FIGURE 5. Water stored in the top 0–180 cm from 2003 to 2014 of the WS rotation with SpCSpWS rotation (A), PWS rotation (B), and RCPWS rotation (C). Vertical black line indicates the start of new rotation. SpCSpWS rotation, sweet potato→ cotton→ sweet potato → winter wheat-summer maize; RCPWS, ryegrass-cotton→ peanut→ winter wheat-summer maize; PWS, peanut→ winter wheat-summer maize; WS, winter wheat-summer maize. Error bars display the means ± SD (n = 3).
In the PWS rotation, which involved an oil crop (peanut) and grain crops (winter wheat and summer maize) within a 2 year rotation cycle, the lowest soil moisture content points occurred at the harvest dates of winter wheat in each rotation cycle, including 2004, 2006, 2008, 2010, 2012, and 2014 (Figure 5B). The soil water content from the harvest date of summer maize to the sowing date of the succeeding peanut crop was lower than that in the WS rotation, mainly because of non-productive evaporation from the bare soil in the fallow period from the middle of June to the following May. Concurrently, winter wheat in the WS rotation received irrigation pumped from the groundwater, which led to relatively high soil water storage (Figure 5B). The average soil water storage in the 0–180 cm soil depth from the beginning to the sowing date of winter wheat in the PWS rotation, across six rotation cycles, increased by 33 mm. Meanwhile, moisture dropped by an average of 15 mm in the WS rotation over the same period (Supplementary Table S4). More information about the soil water storage changes of the 0–180 cm soil depth in each PWS rotation cycle is detailed in Supplementary Table S4. The 471 mm average soil water storage in the 0–180 cm soil profile at the sowing date of winter wheat, in the PWS rotation across six rotation cycles, was 4% higher than in the WS rotation (Figure 5B). Therefore, the PWS rotation involving peanut crops, with high rainfall in the growing season, could provide good soil water conditions for the succeeding crop and potentially reduce its irrigation requirement.
In the RCPWS rotation, which included ryegrass as the first winter catch crop, a cash crop (cotton), an oil crop (peanuts) and grain crops (winter wheat and summer maize) within a 3 year rotation cycle, the lowest soil water storage contents of the 0–180 cm soil depth occurred at each harvest stage of winter wheat (including 2005, 2008, 2011, and 2014) (Figure 5C). In the ryegrass growth season in each RCPWS rotation cycle from 2003 to 2014, the soil moisture storage of the 0–180 cm soil depth was similar to that of the winter wheat growing season in the WS rotation. The similarities were mainly due to their shared physiological moisture property and ecological characteristics of winter wheat. Ryegrass has a shorter growing period and a lower irrigation requirement of just 150 mm compared to that of winter wheat of 225 mm. In the fallow period after the harvest of cotton and before the sowing of peanut in each rotation cycle, the soil moisture storage content of the 0–180 cm soil depth in the RCPWS rotation was lower than that in WS rotation. The main reason for this was the non-productive soil evaporation from the bare surface in the dry winter and the irrigation of WS in the winter (Figure 5C). The average soil water storage of the 0–180 cm soil depth from the beginning to the sowing date of winter wheat, in all four RCPWS rotation cycles from 2003 to 2014 increased by 33 mm, compared to 7 mm in the WS rotation (Supplementary Table S5). More information about the soil water storage changes of the 0–180 cm soil depth in each RCPWS rotation cycle is detailed in Supplementary Table S5. The average soil water storage of the 0–180 cm soil profile at the sowing date of winter wheat across the PWS six rotation cycles, from 2003 to 2014, was 479 mm, 10% higher than that in the WS rotation (Figure 5C). In summary, the preceding peanut crop provided a favorable soil moisture condition for sowing the succeeding winter wheat, which could have reduced the irrigation demand for sowing winter wheat, thus reducing the groundwater pumping for irrigation in the wheat-growing season.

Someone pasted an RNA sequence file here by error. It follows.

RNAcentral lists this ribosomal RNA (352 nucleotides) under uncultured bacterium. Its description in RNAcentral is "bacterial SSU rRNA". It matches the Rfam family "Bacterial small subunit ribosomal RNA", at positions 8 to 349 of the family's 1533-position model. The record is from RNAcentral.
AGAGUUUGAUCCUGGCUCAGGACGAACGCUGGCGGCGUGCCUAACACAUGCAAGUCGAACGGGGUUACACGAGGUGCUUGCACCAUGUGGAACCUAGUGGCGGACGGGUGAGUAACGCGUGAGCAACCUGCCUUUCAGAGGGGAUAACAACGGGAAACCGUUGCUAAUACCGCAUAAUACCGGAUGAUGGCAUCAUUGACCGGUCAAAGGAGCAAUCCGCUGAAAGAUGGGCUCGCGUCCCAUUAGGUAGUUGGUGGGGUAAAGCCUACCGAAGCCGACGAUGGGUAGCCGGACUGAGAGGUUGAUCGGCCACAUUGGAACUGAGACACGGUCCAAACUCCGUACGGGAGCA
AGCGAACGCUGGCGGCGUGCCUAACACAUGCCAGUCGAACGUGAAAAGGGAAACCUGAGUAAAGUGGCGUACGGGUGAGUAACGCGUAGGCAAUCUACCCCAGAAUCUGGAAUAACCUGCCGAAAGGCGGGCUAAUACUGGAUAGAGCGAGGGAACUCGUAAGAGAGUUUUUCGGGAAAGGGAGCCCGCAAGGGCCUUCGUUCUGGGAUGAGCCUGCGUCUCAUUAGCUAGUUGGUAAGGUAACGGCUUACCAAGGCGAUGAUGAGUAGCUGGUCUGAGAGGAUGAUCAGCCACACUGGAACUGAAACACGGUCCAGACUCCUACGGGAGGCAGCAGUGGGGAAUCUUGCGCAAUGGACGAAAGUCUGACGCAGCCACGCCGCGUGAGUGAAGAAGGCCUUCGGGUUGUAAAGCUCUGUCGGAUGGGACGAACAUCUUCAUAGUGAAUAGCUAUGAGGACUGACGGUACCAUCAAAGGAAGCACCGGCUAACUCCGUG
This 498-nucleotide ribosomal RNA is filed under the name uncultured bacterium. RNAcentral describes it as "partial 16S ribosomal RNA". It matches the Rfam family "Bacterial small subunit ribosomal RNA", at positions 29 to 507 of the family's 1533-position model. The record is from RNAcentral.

Profile Complementarity of Soil Moisture in Different Crop Rotations
In the WS rotation, there was a significant decrease of soil moisture within the 0–180 cm soil profile from the sowing date (blue line) to the harvest date (orange line) of winter wheat (Figures 6A–C) (Detailed soil moisture profiles at sowing of winter wheat, harvesting of winter wheat or sowing of summer maize and at harvesting of summer maize are shown in Supplementary Figure S1A). The respective profiles showed that winter wheat could use soil water from the surface down to a depth of 180 cm. Due to the mismatch between the water requirement in the winter wheat growing season and precipitation, a large amount of groundwater was needed for irrigation. The soil moisture at harvest (orange curve) was evidently lower than that at sowing (blue curve) due to the high water consumption in the growing seasons from 2003 to 2014 (Supplementary Figure S1A). After winter wheat was harvested, summer maize was sown. The evident difference of soil moisture from sowing date (orange line) to harvest date (green line) of the summer maize appears to reach a 160 cm soil depth, but is particularly seen within the first 0–120 cm (Figures 6A–C and Supplementary Figure S1A). Due to the high rainfall in the growing season of summer maize, the soil water was replenished and recovered. The soil moisture content at the harvest of summer maize had almost recovered by the sowing time of winter wheat under the current irrigation and precipitation regimes (Supplementary Figure S1A).